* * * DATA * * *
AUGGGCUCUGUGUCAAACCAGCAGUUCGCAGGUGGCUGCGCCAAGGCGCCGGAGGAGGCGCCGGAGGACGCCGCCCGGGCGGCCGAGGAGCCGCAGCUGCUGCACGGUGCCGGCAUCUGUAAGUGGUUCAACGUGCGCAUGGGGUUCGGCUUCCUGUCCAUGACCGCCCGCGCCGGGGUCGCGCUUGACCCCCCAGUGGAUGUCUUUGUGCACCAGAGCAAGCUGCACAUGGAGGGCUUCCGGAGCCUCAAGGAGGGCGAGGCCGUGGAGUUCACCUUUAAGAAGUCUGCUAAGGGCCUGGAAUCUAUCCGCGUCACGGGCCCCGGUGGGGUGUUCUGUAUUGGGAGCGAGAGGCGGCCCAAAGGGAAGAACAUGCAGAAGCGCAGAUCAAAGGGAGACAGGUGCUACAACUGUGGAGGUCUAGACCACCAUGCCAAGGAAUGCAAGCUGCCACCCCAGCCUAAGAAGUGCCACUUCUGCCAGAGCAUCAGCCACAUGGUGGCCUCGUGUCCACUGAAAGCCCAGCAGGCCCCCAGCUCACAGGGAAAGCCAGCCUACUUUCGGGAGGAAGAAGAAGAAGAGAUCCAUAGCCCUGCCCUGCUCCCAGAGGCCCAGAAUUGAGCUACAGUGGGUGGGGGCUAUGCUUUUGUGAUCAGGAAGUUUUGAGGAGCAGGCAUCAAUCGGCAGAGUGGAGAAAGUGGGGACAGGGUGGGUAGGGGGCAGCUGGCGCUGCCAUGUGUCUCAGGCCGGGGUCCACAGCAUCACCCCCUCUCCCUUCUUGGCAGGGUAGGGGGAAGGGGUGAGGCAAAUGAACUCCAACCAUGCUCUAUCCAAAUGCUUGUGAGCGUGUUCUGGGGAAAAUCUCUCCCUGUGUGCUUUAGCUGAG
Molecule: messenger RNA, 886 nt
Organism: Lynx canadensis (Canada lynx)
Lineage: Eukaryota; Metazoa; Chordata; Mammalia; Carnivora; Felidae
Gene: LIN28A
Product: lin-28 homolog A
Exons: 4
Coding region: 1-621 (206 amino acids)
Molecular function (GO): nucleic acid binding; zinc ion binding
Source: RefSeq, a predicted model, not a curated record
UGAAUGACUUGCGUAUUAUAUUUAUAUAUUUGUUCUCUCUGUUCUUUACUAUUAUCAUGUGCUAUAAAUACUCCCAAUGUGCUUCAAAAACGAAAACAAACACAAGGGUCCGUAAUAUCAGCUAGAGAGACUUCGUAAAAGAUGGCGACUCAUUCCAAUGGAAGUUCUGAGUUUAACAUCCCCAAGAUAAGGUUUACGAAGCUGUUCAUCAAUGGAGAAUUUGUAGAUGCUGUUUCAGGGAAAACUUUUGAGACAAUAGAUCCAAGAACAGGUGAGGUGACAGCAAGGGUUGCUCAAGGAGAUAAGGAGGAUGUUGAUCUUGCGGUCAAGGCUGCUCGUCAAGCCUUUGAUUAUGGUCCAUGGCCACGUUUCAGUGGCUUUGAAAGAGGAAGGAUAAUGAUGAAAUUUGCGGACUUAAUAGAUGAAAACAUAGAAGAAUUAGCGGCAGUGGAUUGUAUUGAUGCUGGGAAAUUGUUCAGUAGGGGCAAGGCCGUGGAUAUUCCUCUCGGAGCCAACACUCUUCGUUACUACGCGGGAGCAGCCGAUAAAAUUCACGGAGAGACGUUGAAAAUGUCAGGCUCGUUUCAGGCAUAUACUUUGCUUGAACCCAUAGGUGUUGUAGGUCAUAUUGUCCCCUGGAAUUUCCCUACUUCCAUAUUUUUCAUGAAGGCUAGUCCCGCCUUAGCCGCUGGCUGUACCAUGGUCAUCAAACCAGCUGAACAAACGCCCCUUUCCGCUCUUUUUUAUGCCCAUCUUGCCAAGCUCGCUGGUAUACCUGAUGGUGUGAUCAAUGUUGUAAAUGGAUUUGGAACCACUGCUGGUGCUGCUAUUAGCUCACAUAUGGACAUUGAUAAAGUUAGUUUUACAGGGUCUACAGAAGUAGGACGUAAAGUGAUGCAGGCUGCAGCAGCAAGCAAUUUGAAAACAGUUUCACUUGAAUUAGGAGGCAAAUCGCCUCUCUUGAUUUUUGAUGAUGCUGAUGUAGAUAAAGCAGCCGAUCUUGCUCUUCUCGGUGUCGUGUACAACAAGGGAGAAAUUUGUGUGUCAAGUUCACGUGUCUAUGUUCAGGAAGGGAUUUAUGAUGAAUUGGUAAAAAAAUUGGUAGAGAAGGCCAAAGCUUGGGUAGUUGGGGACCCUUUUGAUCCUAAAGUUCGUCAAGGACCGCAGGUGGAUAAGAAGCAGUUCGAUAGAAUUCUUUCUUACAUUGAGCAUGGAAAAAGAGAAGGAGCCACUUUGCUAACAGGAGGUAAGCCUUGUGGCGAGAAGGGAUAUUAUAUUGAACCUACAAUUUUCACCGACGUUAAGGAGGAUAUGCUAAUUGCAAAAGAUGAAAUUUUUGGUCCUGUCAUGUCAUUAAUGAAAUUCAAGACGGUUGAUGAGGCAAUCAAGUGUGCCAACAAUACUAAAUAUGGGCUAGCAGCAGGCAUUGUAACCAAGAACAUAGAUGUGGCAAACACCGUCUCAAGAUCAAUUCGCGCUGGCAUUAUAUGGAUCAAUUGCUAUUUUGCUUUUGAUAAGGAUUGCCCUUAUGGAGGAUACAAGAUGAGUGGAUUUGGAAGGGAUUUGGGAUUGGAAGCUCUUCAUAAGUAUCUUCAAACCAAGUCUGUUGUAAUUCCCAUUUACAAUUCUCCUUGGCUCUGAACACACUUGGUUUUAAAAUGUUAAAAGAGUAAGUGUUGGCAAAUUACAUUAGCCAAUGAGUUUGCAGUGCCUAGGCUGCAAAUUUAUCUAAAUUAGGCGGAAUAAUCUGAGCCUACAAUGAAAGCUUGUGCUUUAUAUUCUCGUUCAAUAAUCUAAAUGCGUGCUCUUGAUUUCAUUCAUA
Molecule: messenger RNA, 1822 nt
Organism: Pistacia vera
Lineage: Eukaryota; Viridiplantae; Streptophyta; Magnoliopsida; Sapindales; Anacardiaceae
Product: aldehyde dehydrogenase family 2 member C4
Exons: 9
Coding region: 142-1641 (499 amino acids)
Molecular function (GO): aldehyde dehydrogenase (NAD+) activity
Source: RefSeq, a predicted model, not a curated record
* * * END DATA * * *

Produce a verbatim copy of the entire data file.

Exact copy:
AUGGGCUCUGUGUCAAACCAGCAGUUCGCAGGUGGCUGCGCCAAGGCGCCGGAGGAGGCGCCGGAGGACGCCGCCCGGGCGGCCGAGGAGCCGCAGCUGCUGCACGGUGCCGGCAUCUGUAAGUGGUUCAACGUGCGCAUGGGGUUCGGCUUCCUGUCCAUGACCGCCCGCGCCGGGGUCGCGCUUGACCCCCCAGUGGAUGUCUUUGUGCACCAGAGCAAGCUGCACAUGGAGGGCUUCCGGAGCCUCAAGGAGGGCGAGGCCGUGGAGUUCACCUUUAAGAAGUCUGCUAAGGGCCUGGAAUCUAUCCGCGUCACGGGCCCCGGUGGGGUGUUCUGUAUUGGGAGCGAGAGGCGGCCCAAAGGGAAGAACAUGCAGAAGCGCAGAUCAAAGGGAGACAGGUGCUACAACUGUGGAGGUCUAGACCACCAUGCCAAGGAAUGCAAGCUGCCACCCCAGCCUAAGAAGUGCCACUUCUGCCAGAGCAUCAGCCACAUGGUGGCCUCGUGUCCACUGAAAGCCCAGCAGGCCCCCAGCUCACAGGGAAAGCCAGCCUACUUUCGGGAGGAAGAAGAAGAAGAGAUCCAUAGCCCUGCCCUGCUCCCAGAGGCCCAGAAUUGAGCUACAGUGGGUGGGGGCUAUGCUUUUGUGAUCAGGAAGUUUUGAGGAGCAGGCAUCAAUCGGCAGAGUGGAGAAAGUGGGGACAGGGUGGGUAGGGGGCAGCUGGCGCUGCCAUGUGUCUCAGGCCGGGGUCCACAGCAUCACCCCCUCUCCCUUCUUGGCAGGGUAGGGGGAAGGGGUGAGGCAAAUGAACUCCAACCAUGCUCUAUCCAAAUGCUUGUGAGCGUGUUCUGGGGAAAAUCUCUCCCUGUGUGCUUUAGCUGAG
Molecule: messenger RNA, 886 nt
Organism: Lynx canadensis (Canada lynx)
Lineage: Eukaryota; Metazoa; Chordata; Mammalia; Carnivora; Felidae
Gene: LIN28A
Product: lin-28 homolog A
Exons: 4
Coding region: 1-621 (206 amino acids)
Molecular function (GO): nucleic acid binding; zinc ion binding
Source: RefSeq, a predicted model, not a curated record
UGAAUGACUUGCGUAUUAUAUUUAUAUAUUUGUUCUCUCUGUUCUUUACUAUUAUCAUGUGCUAUAAAUACUCCCAAUGUGCUUCAAAAACGAAAACAAACACAAGGGUCCGUAAUAUCAGCUAGAGAGACUUCGUAAAAGAUGGCGACUCAUUCCAAUGGAAGUUCUGAGUUUAACAUCCCCAAGAUAAGGUUUACGAAGCUGUUCAUCAAUGGAGAAUUUGUAGAUGCUGUUUCAGGGAAAACUUUUGAGACAAUAGAUCCAAGAACAGGUGAGGUGACAGCAAGGGUUGCUCAAGGAGAUAAGGAGGAUGUUGAUCUUGCGGUCAAGGCUGCUCGUCAAGCCUUUGAUUAUGGUCCAUGGCCACGUUUCAGUGGCUUUGAAAGAGGAAGGAUAAUGAUGAAAUUUGCGGACUUAAUAGAUGAAAACAUAGAAGAAUUAGCGGCAGUGGAUUGUAUUGAUGCUGGGAAAUUGUUCAGUAGGGGCAAGGCCGUGGAUAUUCCUCUCGGAGCCAACACUCUUCGUUACUACGCGGGAGCAGCCGAUAAAAUUCACGGAGAGACGUUGAAAAUGUCAGGCUCGUUUCAGGCAUAUACUUUGCUUGAACCCAUAGGUGUUGUAGGUCAUAUUGUCCCCUGGAAUUUCCCUACUUCCAUAUUUUUCAUGAAGGCUAGUCCCGCCUUAGCCGCUGGCUGUACCAUGGUCAUCAAACCAGCUGAACAAACGCCCCUUUCCGCUCUUUUUUAUGCCCAUCUUGCCAAGCUCGCUGGUAUACCUGAUGGUGUGAUCAAUGUUGUAAAUGGAUUUGGAACCACUGCUGGUGCUGCUAUUAGCUCACAUAUGGACAUUGAUAAAGUUAGUUUUACAGGGUCUACAGAAGUAGGACGUAAAGUGAUGCAGGCUGCAGCAGCAAGCAAUUUGAAAACAGUUUCACUUGAAUUAGGAGGCAAAUCGCCUCUCUUGAUUUUUGAUGAUGCUGAUGUAGAUAAAGCAGCCGAUCUUGCUCUUCUCGGUGUCGUGUACAACAAGGGAGAAAUUUGUGUGUCAAGUUCACGUGUCUAUGUUCAGGAAGGGAUUUAUGAUGAAUUGGUAAAAAAAUUGGUAGAGAAGGCCAAAGCUUGGGUAGUUGGGGACCCUUUUGAUCCUAAAGUUCGUCAAGGACCGCAGGUGGAUAAGAAGCAGUUCGAUAGAAUUCUUUCUUACAUUGAGCAUGGAAAAAGAGAAGGAGCCACUUUGCUAACAGGAGGUAAGCCUUGUGGCGAGAAGGGAUAUUAUAUUGAACCUACAAUUUUCACCGACGUUAAGGAGGAUAUGCUAAUUGCAAAAGAUGAAAUUUUUGGUCCUGUCAUGUCAUUAAUGAAAUUCAAGACGGUUGAUGAGGCAAUCAAGUGUGCCAACAAUACUAAAUAUGGGCUAGCAGCAGGCAUUGUAACCAAGAACAUAGAUGUGGCAAACACCGUCUCAAGAUCAAUUCGCGCUGGCAUUAUAUGGAUCAAUUGCUAUUUUGCUUUUGAUAAGGAUUGCCCUUAUGGAGGAUACAAGAUGAGUGGAUUUGGAAGGGAUUUGGGAUUGGAAGCUCUUCAUAAGUAUCUUCAAACCAAGUCUGUUGUAAUUCCCAUUUACAAUUCUCCUUGGCUCUGAACACACUUGGUUUUAAAAUGUUAAAAGAGUAAGUGUUGGCAAAUUACAUUAGCCAAUGAGUUUGCAGUGCCUAGGCUGCAAAUUUAUCUAAAUUAGGCGGAAUAAUCUGAGCCUACAAUGAAAGCUUGUGCUUUAUAUUCUCGUUCAAUAAUCUAAAUGCGUGCUCUUGAUUUCAUUCAUA
Molecule: messenger RNA, 1822 nt
Organism: Pistacia vera
Lineage: Eukaryota; Viridiplantae; Streptophyta; Magnoliopsida; Sapindales; Anacardiaceae
Product: aldehyde dehydrogenase family 2 member C4
Exons: 9
Coding region: 142-1641 (499 amino acids)
Molecular function (GO): aldehyde dehydrogenase (NAD+) activity
Source: RefSeq, a predicted model, not a curated record